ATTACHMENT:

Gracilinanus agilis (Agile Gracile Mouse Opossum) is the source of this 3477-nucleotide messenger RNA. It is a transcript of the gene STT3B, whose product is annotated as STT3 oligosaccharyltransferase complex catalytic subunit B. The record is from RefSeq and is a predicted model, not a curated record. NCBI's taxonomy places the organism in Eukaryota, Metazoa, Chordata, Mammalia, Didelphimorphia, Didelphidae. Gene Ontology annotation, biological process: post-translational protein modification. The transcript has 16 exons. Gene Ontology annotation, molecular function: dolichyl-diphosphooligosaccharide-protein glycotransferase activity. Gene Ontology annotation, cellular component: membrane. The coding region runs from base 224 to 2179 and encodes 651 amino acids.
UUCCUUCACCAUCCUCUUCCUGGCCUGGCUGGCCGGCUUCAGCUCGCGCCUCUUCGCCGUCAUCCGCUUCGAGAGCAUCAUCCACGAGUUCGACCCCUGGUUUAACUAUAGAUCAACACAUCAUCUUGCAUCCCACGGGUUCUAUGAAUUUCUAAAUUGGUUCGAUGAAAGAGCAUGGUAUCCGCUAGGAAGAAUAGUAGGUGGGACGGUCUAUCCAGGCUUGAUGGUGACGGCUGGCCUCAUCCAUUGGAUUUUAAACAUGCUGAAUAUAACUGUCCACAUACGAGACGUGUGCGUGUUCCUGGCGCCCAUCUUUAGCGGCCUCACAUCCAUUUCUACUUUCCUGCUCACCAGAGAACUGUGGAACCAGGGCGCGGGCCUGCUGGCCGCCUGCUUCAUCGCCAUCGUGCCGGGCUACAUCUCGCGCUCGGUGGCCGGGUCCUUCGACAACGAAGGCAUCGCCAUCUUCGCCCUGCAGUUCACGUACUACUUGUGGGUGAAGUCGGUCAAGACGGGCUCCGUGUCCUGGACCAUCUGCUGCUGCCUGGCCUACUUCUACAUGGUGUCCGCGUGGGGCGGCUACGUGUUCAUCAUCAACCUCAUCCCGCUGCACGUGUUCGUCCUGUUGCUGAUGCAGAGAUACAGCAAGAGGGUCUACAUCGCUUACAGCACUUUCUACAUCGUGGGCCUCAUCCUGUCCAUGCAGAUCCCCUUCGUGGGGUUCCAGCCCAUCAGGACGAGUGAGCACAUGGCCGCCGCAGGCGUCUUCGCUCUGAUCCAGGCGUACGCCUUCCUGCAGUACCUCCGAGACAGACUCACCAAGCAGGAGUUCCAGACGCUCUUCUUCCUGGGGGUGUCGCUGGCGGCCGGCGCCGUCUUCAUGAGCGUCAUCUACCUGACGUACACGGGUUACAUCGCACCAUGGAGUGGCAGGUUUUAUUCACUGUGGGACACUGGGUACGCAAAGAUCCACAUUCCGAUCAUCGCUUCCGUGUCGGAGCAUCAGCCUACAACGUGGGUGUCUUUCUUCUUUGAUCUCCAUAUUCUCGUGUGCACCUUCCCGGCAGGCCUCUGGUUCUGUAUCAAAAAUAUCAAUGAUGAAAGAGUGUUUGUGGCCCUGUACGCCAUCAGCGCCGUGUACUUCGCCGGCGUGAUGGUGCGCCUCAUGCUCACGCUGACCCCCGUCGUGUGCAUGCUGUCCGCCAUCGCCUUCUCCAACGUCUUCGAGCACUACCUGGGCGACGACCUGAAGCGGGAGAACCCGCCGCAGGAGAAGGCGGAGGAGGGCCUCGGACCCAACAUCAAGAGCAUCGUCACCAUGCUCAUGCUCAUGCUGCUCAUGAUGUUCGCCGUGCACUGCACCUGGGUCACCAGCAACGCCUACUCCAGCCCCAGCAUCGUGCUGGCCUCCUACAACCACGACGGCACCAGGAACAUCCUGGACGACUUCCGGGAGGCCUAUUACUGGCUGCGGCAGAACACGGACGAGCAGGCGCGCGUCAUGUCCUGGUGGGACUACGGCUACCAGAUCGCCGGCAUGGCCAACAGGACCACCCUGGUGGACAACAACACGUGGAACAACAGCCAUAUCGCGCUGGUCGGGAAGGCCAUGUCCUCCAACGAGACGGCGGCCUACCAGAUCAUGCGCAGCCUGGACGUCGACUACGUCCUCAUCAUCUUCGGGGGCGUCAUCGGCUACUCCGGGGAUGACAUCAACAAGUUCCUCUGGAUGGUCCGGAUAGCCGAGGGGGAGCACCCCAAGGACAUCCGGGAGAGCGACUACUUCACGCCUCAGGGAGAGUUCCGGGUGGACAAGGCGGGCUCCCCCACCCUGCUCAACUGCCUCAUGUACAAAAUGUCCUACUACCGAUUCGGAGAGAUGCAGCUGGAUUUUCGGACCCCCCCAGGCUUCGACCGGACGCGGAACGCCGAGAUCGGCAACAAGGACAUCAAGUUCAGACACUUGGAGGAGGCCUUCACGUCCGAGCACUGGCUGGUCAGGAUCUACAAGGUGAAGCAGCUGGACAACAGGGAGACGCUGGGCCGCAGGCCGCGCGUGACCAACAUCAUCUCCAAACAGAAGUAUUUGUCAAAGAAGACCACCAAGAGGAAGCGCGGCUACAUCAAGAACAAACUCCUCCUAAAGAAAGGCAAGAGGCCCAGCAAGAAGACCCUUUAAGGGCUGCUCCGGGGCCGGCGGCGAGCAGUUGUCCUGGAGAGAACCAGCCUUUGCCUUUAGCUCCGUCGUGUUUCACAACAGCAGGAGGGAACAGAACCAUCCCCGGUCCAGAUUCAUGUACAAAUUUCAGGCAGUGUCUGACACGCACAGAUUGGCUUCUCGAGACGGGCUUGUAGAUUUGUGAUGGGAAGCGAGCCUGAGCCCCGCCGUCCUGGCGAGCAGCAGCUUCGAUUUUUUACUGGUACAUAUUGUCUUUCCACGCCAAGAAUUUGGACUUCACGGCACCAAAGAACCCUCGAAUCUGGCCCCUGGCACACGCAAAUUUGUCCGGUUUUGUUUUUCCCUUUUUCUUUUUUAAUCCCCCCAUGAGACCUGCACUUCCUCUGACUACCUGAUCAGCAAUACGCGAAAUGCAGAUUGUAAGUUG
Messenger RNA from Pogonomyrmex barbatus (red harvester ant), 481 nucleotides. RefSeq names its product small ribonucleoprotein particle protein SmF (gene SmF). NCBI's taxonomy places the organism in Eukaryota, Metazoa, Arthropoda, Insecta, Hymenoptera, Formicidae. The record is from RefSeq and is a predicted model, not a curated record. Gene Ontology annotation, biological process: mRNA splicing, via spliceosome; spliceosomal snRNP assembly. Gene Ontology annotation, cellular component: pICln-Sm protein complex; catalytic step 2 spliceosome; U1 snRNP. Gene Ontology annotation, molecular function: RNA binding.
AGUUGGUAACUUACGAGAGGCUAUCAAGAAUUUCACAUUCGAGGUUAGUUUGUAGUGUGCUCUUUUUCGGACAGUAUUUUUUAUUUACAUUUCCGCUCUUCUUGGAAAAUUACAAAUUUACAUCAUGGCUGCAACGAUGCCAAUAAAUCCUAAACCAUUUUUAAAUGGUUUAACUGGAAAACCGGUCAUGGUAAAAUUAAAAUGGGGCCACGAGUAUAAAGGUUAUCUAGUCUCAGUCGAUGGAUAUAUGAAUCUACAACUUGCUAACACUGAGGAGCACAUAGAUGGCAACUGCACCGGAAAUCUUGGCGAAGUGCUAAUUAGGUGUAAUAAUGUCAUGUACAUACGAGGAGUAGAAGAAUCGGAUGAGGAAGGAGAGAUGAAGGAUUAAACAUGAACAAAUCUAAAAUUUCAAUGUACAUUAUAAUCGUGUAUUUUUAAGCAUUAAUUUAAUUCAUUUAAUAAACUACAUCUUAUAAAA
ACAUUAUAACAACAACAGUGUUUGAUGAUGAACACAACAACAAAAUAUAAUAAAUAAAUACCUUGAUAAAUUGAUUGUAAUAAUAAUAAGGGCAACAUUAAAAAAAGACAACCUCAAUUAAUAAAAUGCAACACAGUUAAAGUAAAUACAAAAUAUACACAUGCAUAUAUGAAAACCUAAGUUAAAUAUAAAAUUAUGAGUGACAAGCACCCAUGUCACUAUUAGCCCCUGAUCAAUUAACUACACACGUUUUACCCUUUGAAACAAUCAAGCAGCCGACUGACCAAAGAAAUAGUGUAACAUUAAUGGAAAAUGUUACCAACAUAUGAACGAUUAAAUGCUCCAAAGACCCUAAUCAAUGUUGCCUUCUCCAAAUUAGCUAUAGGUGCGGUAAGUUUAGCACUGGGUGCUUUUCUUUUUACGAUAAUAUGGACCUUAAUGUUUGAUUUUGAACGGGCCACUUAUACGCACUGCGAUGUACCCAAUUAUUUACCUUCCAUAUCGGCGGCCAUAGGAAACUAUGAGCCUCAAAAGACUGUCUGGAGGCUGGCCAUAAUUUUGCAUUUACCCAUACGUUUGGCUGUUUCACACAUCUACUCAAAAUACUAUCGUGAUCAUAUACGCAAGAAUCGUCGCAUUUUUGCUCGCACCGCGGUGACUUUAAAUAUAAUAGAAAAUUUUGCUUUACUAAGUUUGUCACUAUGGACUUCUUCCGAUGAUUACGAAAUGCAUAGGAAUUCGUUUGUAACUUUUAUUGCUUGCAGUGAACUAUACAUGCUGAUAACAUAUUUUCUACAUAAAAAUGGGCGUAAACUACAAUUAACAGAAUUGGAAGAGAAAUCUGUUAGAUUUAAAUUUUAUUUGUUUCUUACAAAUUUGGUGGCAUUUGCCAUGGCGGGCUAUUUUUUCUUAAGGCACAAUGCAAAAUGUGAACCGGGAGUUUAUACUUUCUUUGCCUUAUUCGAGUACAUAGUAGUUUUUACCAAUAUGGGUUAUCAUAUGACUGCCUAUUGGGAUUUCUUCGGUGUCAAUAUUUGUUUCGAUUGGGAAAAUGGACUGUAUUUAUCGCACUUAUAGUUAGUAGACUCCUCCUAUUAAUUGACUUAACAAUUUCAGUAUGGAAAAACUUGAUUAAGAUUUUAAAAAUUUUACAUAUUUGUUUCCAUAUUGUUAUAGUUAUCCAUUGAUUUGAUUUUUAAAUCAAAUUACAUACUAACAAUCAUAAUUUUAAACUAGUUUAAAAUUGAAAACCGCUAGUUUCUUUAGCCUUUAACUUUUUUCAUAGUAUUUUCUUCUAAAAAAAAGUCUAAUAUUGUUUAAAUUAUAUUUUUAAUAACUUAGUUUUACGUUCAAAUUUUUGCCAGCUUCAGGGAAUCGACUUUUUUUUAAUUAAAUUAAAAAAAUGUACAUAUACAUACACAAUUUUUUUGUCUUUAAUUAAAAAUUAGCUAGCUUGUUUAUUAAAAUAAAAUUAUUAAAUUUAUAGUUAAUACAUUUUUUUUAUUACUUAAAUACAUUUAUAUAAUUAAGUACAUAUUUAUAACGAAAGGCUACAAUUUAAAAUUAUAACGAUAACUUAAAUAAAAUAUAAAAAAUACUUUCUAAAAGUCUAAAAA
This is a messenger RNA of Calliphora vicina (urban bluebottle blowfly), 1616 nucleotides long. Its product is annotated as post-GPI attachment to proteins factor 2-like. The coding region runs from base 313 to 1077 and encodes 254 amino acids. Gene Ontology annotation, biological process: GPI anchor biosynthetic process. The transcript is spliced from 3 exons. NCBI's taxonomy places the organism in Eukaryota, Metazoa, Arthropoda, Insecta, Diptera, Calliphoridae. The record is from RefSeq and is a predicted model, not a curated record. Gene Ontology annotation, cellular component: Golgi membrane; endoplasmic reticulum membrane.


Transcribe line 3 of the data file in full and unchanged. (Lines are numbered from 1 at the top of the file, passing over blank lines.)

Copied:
Messenger RNA from Pogonomyrmex barbatus (red harvester ant), 481 nucleotides. RefSeq names its product small ribonucleoprotein particle protein SmF (gene SmF). NCBI's taxonomy places the organism in Eukaryota, Metazoa, Arthropoda, Insecta, Hymenoptera, Formicidae. The record is from RefSeq and is a predicted model, not a curated record. Gene Ontology annotation, biological process: mRNA splicing, via spliceosome; spliceosomal snRNP assembly. Gene Ontology annotation, cellular component: pICln-Sm protein complex; catalytic step 2 spliceosome; U1 snRNP. Gene Ontology annotation, molecular function: RNA binding.